Tue, Feb. 18

Commentary: City, school district show how 'shared services' is done

Doug Bartosh

Doug Bartosh

There has been considerable talk over the past year about a marriage of administrative services between the Cottonwood-Oak Creek and Mingus Union school districts.

Already, the two districts have jointly hired a shared director of special education. Equally impressive is the bridge recently gapped between the Cottonwood-Oak Creek School District and City of Cottonwood to jointly hire a Youth Program Coordinator-PE teacher.

Neither the city nor the school district could financially justify funding a full-time position for a youth coordinator or a PE teacher. Together, they’ve made it happen. The city will hire the position as a full-time employee with full benefits. The school district will be billed for the portion of time the employee spends working as a PE teacher.

Interestingly, the school district and city made this happen in short order, without the need to hire an outside consultant to advise them on how to do it.

Which begs the question: Why can’t Cottonwood-Oak Creek and Mingus Union do the same thing and get their shared services agreement finalized?

Cottonwood-Oak Creek Superintendent Barb U’Ren describes the city-school pact as “a win-win for the city, the district and the community we serve.”

How about a “win-win” for all involved on a Cottonwood-Oak Creek-Mingus Union marriage?

* * *

Speaking of the Cottonwood-Oak Creek and Mingus Union shared services plan, if the two districts really are committed to shared costs and a shared administration, don’t you think Mingus would first consult with C-OC about this plan to put a medical clinic on its campus?

The same, of course, can be asked of Cottonwood-Oak Creek concerning the hiring of a $45,000-a-year public relations firm.

If these two districts genuinely are committed to coming together, it’s best they not go in different directions.

It would be a shame to see the effort to merge the administrations of these two districts go down the tubes because one or the other district went off in a direction the other does not want to follow.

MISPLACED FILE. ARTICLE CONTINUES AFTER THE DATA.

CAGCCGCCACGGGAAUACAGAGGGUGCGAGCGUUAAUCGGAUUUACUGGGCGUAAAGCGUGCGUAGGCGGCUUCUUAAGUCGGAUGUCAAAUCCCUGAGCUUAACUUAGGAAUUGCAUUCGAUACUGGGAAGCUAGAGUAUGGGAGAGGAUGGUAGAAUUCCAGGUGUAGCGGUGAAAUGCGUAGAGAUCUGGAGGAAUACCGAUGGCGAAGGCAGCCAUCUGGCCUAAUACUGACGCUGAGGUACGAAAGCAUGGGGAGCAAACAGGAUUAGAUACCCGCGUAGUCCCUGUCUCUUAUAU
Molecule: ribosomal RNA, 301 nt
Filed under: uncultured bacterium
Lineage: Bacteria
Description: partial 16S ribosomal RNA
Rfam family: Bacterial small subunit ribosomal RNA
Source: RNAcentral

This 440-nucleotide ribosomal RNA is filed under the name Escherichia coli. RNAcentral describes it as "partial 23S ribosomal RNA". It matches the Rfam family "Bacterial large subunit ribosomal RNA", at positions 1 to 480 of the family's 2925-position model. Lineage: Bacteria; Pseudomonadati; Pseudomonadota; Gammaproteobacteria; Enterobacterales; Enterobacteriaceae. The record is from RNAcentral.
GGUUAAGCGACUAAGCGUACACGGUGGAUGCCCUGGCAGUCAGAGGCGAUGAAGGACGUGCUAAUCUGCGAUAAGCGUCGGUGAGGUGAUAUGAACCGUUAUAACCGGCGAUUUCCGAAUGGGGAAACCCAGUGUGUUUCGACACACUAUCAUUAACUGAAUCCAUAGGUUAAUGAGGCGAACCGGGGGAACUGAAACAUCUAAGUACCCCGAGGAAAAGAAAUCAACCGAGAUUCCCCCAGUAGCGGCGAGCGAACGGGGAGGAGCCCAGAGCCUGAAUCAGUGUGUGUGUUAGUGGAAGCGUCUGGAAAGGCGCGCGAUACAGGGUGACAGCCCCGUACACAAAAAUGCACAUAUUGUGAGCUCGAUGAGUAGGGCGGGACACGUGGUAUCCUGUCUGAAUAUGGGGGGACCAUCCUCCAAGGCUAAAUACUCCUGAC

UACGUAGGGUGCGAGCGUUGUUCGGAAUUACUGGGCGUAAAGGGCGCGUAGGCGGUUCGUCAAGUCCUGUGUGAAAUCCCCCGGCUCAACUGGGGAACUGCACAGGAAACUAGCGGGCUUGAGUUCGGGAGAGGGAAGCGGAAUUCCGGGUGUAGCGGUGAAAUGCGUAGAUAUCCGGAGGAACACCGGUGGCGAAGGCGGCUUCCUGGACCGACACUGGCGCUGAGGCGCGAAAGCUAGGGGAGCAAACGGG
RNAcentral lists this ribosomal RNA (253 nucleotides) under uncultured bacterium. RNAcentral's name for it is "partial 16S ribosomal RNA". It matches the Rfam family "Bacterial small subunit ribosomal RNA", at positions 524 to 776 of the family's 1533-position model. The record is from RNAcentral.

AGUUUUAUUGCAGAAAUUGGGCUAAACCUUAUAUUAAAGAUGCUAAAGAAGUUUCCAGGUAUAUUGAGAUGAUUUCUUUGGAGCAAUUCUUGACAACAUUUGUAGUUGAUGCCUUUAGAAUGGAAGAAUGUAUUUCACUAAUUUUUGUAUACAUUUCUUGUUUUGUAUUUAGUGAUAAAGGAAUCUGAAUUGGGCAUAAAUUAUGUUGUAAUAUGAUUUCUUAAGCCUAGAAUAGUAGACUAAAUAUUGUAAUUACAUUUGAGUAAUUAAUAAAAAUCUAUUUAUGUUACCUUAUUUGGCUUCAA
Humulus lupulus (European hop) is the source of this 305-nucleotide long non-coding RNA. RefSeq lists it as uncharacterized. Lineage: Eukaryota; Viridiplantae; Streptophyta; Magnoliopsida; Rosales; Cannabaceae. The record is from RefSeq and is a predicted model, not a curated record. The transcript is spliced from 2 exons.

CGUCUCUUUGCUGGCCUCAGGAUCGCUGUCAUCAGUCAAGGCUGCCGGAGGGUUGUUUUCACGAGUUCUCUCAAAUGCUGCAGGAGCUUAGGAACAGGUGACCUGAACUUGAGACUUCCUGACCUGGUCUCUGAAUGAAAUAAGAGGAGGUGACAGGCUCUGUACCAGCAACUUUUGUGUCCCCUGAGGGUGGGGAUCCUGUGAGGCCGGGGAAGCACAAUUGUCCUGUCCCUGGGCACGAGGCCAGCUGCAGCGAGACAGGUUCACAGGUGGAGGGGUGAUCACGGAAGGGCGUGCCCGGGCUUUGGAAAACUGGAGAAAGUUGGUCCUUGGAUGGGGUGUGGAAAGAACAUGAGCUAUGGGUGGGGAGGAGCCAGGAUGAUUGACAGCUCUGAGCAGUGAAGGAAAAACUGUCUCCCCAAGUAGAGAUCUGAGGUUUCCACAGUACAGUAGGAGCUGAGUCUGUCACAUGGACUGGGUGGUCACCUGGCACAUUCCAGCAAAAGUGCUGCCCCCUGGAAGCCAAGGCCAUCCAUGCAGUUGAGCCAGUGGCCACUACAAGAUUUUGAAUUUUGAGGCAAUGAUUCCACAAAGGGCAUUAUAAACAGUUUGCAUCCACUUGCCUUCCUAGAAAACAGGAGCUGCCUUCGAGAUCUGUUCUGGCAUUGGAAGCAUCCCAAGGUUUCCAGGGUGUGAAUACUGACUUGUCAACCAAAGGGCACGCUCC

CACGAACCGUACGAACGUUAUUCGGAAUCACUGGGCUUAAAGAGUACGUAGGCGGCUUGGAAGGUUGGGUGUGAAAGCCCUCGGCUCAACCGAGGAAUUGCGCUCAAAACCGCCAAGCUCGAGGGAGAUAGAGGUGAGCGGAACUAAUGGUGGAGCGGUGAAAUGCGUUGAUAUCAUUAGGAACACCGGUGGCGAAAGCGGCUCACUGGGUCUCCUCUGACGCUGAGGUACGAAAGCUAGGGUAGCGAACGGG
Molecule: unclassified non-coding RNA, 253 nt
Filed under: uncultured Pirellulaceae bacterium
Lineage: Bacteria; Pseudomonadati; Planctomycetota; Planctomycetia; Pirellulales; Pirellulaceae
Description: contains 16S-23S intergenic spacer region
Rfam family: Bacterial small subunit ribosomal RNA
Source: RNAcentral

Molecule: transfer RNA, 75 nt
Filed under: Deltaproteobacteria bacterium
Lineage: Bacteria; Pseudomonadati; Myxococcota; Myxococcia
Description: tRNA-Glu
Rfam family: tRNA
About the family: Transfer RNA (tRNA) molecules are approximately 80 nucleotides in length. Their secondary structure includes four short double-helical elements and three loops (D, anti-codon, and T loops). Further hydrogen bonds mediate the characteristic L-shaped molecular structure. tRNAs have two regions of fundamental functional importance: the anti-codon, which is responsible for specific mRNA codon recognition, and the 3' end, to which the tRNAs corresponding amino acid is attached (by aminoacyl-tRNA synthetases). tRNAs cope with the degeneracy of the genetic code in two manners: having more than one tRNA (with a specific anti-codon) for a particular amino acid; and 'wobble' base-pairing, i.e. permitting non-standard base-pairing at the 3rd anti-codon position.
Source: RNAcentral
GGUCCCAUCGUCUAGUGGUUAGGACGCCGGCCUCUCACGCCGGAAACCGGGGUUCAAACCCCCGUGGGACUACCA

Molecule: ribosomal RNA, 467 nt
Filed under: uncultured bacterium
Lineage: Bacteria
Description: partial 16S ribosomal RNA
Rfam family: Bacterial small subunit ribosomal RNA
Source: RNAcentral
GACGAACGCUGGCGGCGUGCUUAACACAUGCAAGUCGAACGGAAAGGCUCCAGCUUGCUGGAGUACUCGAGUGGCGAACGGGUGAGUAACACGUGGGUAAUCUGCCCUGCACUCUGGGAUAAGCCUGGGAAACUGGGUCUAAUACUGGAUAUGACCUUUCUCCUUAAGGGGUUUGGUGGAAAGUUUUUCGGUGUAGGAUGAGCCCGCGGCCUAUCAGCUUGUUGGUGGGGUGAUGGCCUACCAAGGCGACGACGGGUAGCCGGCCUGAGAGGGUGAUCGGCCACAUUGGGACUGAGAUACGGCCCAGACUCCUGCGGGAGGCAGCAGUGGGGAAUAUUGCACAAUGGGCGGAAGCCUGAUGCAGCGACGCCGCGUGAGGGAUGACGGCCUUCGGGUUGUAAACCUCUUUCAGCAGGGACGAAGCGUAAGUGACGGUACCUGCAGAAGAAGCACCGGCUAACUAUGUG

* * *

The timing could not have been more perfect for Cottonwood City Manager Doug Bartosh to win a 2012 Gabe Zimmerman Public Service Award.

At the same time it was announced that Bartosh was one of three statewide winners for the Gabe Zimmerman award, Verde Valley Leadership was preparing to graduate its Class VI participants.

And just as the model for Verde Valley Leadership instruction is based on servant leadership, so too was the emphasis of why Bartosh received his award.

It states that Bartosh “epitomizes the ideal servant-leader who is content to stay in the background” and “is a model of how to engage citizens in solutions to community problems.”

Bartosh’s servant leadership example is the perfect model for VVL students to emulate.

* * *

If cleaning up roadside trash was an Olympic event, I’d bet on Gary Chamberlain to win the gold medal.

This week I received an email from Gary about his upcoming Aug. 18 “Operation Leapfrog” trash cleaning event. It was labeled “121st Story.” The guy is thorough, persistent, diligent, determined and enduring.

Operation Leapfrog is a completely volunteer effort, and not to be confused with Chamberlain’s entrepreneurial “Folksville” efforts. See, when he’s not volunteering to pick up roadside trash, Gary is doing it for pay as a sole proprietorship at $10 a bag maximum. He has a base of more than 100 “customers” from all over the Verde Valley, Prescott and Flagstaff.

Interestingly, for a guy who never misses the chance to see his name in the newspaper, Gary becomes surprisingly closed-mouthed when asked about the specifics of the for-profit side of his trash-cleaning efforts.

“I have nothing to say to you on the questions you posed to me and further more it’s none of your business,” was Gary’s response to my email inquiry about such things as 1) who does the bookkeeping on the amount of money he receives and how it is spent, 2) who does the annual audit on the money he receives and how it is spent, and, 3) are there written policies on Folksville receiving money and how it is spent?

When pressed, he did confide that he utilizes a private bookkeeping company, P&L Income, but refused to provide the firm’s address or phone number. Likewise, he says an unnamed CPA will do an annual audit of Folksville USA.

In a recent My Turn in this newspaper, Gary wrote, “Folks, this issue with trash is a “We not me issue” and to those who don’t know, I’ve personally picked up 401 bags of trash between 11/19/2011 and 5/15/12.”

Which comes to roughly $4,000 at $10 a bag.

Keep up the good work, Gary. You may never receive that gold medal you deserve, but you’ve surely struck gold.

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